# GMSH: How can I extrude a surface in a non-linear way?

I am developing a model to represent a dam, shown in the picture below. The geometry in the white circle is the curtain, which is required to be curved. I extruded this 2D face (including the indicated by the cut white line) at a distance $$z_0$$ to the back, resulting in the shape in the red circle.

Given some constraints of the solver, I need the curve in red to be flat. As I understand it, this would imply to extrude the curve surface following some sort of function that would allow it to be flat by the end of the translation. I browsed in the documentation to find something likewise but I could not find it.

The only solution I thought of was based on this video; I extruded back the four vertices of the curve and then closed by hand the square in the back. The problem with this is that the mesh from the front is not extruded to the back, hence lacking 3D elements as well. For the sake of simplicity, the geometry is different from the previous model.

Do you know if what I want to do is possible in the software, and how can I get it?

As a general suggestion: you can use CAD software (such as FreeCAD) when your geometry starts to get more complex. Gmsh has some CAD capabilities but its main purpose is to create meshes from CAD models.

Regarding your particular problem, two options come to my mind using only Gmsh:

1. Extrude your surface as in your first model and then do a boolean operation (cut) to remove the extra bulging part.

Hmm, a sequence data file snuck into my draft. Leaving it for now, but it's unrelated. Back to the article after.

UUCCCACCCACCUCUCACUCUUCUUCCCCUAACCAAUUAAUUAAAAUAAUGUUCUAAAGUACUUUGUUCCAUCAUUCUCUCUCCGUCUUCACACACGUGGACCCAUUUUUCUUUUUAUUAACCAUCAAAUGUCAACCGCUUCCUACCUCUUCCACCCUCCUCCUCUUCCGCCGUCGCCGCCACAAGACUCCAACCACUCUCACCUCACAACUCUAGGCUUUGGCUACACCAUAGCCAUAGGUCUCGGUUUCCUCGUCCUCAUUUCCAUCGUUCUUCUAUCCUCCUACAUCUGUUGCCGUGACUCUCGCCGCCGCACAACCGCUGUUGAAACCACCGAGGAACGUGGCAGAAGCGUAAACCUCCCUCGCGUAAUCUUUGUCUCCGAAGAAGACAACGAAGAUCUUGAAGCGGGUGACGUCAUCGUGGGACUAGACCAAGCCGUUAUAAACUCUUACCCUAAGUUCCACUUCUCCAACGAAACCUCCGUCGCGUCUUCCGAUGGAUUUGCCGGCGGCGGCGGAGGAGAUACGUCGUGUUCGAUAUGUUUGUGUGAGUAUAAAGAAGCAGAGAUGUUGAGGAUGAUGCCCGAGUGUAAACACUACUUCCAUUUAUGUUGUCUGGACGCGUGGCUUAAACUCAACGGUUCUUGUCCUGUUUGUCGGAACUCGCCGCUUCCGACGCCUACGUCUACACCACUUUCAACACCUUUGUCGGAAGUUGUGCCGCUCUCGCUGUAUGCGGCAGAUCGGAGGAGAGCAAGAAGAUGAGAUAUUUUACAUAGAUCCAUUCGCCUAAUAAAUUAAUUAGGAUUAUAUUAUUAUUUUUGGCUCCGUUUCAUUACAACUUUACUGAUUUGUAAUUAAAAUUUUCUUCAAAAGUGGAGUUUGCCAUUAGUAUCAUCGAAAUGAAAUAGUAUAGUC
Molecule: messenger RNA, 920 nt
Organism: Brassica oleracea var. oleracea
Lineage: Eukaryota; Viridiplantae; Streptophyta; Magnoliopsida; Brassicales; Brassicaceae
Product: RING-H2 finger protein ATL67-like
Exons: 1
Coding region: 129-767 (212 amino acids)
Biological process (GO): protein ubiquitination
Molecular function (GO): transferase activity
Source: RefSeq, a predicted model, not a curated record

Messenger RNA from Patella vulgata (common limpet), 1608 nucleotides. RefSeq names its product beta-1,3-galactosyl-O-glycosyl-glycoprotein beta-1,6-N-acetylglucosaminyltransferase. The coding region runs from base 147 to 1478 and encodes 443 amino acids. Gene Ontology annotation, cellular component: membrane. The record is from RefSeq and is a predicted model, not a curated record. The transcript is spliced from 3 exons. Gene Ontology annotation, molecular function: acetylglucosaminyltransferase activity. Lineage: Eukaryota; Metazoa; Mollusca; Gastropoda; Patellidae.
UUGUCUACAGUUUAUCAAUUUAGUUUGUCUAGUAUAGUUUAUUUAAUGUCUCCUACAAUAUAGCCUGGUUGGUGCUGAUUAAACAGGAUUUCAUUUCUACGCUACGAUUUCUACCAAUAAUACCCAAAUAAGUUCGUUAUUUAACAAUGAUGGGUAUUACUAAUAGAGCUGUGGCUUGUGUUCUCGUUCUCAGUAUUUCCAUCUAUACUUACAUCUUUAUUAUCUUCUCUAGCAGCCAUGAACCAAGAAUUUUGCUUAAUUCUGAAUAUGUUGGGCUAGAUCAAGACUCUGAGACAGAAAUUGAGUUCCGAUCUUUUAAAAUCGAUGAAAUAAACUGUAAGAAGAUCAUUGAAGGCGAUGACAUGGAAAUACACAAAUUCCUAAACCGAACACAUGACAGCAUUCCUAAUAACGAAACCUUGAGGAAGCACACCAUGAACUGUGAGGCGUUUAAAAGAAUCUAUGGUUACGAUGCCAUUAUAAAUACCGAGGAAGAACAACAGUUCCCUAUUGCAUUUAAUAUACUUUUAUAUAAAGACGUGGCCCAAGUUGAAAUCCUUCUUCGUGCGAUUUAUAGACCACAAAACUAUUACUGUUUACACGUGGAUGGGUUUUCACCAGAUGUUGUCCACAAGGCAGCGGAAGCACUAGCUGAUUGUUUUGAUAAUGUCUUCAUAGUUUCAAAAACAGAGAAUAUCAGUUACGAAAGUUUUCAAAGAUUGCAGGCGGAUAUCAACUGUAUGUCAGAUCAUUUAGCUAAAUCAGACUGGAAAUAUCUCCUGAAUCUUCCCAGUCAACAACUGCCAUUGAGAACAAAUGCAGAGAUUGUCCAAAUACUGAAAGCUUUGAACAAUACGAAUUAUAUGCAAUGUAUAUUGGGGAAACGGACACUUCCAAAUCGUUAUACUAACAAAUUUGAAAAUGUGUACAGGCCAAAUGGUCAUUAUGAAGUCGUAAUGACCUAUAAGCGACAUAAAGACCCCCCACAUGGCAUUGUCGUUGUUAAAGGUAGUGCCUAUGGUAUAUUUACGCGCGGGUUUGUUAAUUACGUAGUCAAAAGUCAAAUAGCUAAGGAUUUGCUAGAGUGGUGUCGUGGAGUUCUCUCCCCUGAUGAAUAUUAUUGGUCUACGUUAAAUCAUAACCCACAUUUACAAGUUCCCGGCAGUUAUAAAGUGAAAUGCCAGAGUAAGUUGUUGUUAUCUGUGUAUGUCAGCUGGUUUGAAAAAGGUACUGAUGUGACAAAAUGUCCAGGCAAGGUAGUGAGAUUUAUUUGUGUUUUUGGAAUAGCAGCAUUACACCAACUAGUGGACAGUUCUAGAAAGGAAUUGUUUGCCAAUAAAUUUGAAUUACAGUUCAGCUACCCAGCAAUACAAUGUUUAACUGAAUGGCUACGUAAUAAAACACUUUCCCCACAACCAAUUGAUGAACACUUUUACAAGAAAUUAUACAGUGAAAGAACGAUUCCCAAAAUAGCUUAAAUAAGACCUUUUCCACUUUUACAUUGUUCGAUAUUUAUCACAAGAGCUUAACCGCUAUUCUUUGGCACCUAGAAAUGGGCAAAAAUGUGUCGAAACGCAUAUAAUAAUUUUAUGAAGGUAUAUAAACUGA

2. Construct your solid with 6 different surfaces, 5 flat and 1 curved.

Following, I present a .geo file for the second option.

SetFactory("OpenCASCADE");

side = 1.0;
height = 1.0;

//// Points ////
Point(1) = {0, 0, 0, 1.0};
Point(2) = {2*side, 0, 0, 1.0};
Point(3) = {2*side, side, 0, 1.0};
Point(4) = {0, side, 0, 1.0};
Point(5) = {2*side - rad1, side/2, 0, 1.0};

Point(6) = {0, 0, height, 1.0};
Point(7) = {2*side, 0, height, 1.0};
Point(8) = {2*side, side, height, 1.0};
Point(9) = {0, side, height, 1.0};
Point(10) = {2*side - rad2, side/2, height, 1.0};

//// Lines ////

// Top
Line(1) = {1, 2};
Spline(2) = {3, 5, 2};
Line(3) = {3, 4};
Line(4) = {4, 1};

// Bottom
Line(5) = {6, 7};
Spline(6) = {8, 10, 7};
Line(7) = {8, 9};
Line(8) = {9, 6};

// Vertical
Line(9) = {1, 6};
Line(10) = {2, 7};
Line(11) = {3, 8};
Line(12) = {4, 9};

//// Surfaces ////
Curve Loop(1) = {1, -2, 3, 4};
Plane Surface(1) = {1};
Curve Loop(2) = {7, 8, 5, -6};
Plane Surface(2) = {2};
Curve Loop(3) = {9, 5, -10, -1};
Plane Surface(3) = {3};
Curve Loop(4) = {4, 9, -8, -12};
Plane Surface(4) = {4};
Curve Loop(5) = {3, 12, -7, -11};
Plane Surface(5) = {5};
Curve Loop(6) = {10, -6, -11, 2};
Surface(6) = {6};

//// Volume ////
Surface Loop(1) = {5, 1, 3, 4, 2, 6};
Volume(1) = {1};


When you mesh this geometry with a 0.1 size factor, you get the following mesh.

• Thank you. I am eager to do it in a more efficient way, however the tools developed by the team so far are quite specific regarding the configuration on the model to mesh (otherwise I would go for an easier path). Still I'll try to take advantage of your proposal. Commented Nov 1, 2022 at 19:41